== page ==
Are Romance Novels Anti-Feminist?

feministinsideheartA lot of people I know consider romance novels anti-feminist. One of my friends said that romance novels idealize traditional marriage roles too much and look down on stronger female roles and independent women.

I think that is a load of bull.

Sure, maybe at one point romance novels were like that. In the days of The Good Housewife Guide when wives were actually told to wait until their husbands were done talking before talking themselves because his topics are more important.   Or when women were only just entering the workforce.  But just because most people have an outdated idea of what romance novels are doesn’t mean the romance industry has stayed in the dark ages.

 

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Not only is the heroine a cop in this book, but she can also talk about sports as good as any stereotypical guy.

Romance novels depict real life, just in a more ideal manner. And that ideal manner includes women who are cops, CEOs, firefighters, veterans, and even criminals. It’s actually very rare for me to come across books that have women end up as stay-at-home moms or housewives as their happy ending. Sure, women always end up depending on men and marrying them in the end. But the men depend on the women just as much. And of course they’re getting married. It’s a romance. Is James Bond anti-socially awkward nerdy guys because he’s suave and buff? No.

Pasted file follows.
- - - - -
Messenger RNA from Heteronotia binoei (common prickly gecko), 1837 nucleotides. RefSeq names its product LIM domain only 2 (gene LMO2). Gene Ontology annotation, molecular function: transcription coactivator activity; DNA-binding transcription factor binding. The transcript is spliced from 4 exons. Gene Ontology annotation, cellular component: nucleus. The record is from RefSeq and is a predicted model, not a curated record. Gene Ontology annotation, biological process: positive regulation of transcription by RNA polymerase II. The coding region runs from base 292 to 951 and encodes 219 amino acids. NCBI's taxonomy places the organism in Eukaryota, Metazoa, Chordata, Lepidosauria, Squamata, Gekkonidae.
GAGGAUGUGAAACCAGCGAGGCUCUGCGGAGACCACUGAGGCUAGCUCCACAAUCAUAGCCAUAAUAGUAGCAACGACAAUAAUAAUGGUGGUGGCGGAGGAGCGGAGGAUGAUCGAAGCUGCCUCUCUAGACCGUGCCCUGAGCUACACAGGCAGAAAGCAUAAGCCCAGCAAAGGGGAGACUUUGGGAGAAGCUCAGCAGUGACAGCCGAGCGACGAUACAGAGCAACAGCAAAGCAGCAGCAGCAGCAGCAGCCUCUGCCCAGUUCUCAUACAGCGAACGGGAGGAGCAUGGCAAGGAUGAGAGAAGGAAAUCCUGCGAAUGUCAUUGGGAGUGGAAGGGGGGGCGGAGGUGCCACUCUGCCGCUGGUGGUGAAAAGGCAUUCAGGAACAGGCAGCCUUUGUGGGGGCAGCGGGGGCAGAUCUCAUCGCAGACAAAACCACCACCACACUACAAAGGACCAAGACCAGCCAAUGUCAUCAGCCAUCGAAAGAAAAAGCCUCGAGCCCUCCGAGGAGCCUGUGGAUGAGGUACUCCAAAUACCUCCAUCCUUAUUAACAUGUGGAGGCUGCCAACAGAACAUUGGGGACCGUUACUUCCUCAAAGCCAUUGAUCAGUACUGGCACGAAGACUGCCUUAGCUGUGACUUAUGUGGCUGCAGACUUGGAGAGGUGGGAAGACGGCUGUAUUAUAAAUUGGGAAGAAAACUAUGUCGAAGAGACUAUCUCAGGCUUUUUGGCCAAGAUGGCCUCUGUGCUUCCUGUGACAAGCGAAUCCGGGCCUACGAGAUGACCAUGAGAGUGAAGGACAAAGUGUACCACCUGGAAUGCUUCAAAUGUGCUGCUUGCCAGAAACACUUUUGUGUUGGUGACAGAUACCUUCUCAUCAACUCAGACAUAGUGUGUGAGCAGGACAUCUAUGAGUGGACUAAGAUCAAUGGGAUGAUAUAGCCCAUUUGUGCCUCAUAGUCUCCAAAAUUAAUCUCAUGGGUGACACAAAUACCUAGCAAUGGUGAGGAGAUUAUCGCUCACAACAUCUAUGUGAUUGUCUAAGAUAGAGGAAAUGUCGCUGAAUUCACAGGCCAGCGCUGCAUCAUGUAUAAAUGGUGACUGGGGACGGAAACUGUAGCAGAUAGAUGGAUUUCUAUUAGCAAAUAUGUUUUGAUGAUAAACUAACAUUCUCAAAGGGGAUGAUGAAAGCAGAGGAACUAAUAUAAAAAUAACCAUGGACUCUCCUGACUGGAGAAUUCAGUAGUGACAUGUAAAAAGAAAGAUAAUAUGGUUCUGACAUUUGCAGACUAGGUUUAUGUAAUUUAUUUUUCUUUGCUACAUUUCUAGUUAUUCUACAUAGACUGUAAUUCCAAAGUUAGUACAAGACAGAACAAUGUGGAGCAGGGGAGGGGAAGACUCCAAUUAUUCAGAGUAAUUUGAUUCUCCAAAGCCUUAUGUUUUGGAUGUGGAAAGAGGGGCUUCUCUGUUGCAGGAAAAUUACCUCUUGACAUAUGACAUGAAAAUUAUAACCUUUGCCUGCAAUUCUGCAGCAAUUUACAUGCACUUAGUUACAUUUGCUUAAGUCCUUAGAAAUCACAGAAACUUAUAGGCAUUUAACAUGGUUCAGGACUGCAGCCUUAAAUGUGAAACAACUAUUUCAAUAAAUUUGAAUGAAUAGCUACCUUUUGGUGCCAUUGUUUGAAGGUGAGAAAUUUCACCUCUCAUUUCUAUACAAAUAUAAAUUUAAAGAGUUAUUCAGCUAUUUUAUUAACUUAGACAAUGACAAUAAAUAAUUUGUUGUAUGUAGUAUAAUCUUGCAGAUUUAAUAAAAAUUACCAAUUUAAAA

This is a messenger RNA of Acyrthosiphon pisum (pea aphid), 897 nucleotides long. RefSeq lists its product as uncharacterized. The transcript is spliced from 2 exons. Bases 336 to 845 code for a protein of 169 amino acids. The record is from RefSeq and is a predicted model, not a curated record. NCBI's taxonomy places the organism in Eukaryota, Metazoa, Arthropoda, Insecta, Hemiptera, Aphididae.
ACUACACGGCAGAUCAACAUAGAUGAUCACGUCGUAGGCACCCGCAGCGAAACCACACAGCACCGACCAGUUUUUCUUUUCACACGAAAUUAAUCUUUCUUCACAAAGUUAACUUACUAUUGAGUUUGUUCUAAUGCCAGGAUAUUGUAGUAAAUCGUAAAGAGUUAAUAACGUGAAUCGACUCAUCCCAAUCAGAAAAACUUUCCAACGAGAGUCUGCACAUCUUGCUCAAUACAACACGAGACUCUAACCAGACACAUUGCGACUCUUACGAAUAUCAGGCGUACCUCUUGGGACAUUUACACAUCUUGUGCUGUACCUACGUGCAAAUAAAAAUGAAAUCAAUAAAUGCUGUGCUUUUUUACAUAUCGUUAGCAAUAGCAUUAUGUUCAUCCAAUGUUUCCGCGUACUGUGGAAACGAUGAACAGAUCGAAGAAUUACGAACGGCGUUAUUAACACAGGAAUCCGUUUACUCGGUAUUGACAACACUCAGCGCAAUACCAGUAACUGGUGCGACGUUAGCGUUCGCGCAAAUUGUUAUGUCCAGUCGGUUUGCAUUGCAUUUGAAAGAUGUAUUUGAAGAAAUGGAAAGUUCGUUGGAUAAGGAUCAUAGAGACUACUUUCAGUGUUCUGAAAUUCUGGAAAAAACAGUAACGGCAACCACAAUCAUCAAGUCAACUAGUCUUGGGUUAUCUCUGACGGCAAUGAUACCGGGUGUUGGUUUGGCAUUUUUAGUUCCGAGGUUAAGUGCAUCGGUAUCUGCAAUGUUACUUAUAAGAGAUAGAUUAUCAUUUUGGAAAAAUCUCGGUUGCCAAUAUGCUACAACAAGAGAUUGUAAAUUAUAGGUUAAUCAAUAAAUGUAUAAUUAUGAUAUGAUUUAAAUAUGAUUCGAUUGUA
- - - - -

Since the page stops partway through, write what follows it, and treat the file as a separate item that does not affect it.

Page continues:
Even marriages fit modern ideals  The heroines stay just as strong and independent as they were when the book started. And what does the “ideal” marriage look like? More often than not, it’s two people madly in love with each other with a couple of kids that they both equally raise and support financially. So much for being anti-feminist, right?

The exception to the rule above is historical romances. Because historical romances have to be somewhat historically accurate, the heroines often become gentlewomen or housewives. However, they are usually still strong, outspoken characters and they’re often in a sort of adviser role for their husbands. Their husbands respect their opinion and take guidance from them all the time. There is no “his topics are more important than yours” bullshit.

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Under Fire is only one of an entire series of romance novels with female veterans.

While there are plenty of problems with the romance industry, like slut-shaming, the lack of ethnic diversity, and the scarcity in nerdy love interests, anti-feminism is not one of them. There are plenty of more anti-feminist things out there. Like Barbie. And high school curriculums and dress codes. Most superhero worlds as well.  But romance novels? Not as far as I’m concerned.

What do you think? Please let me know in the comments.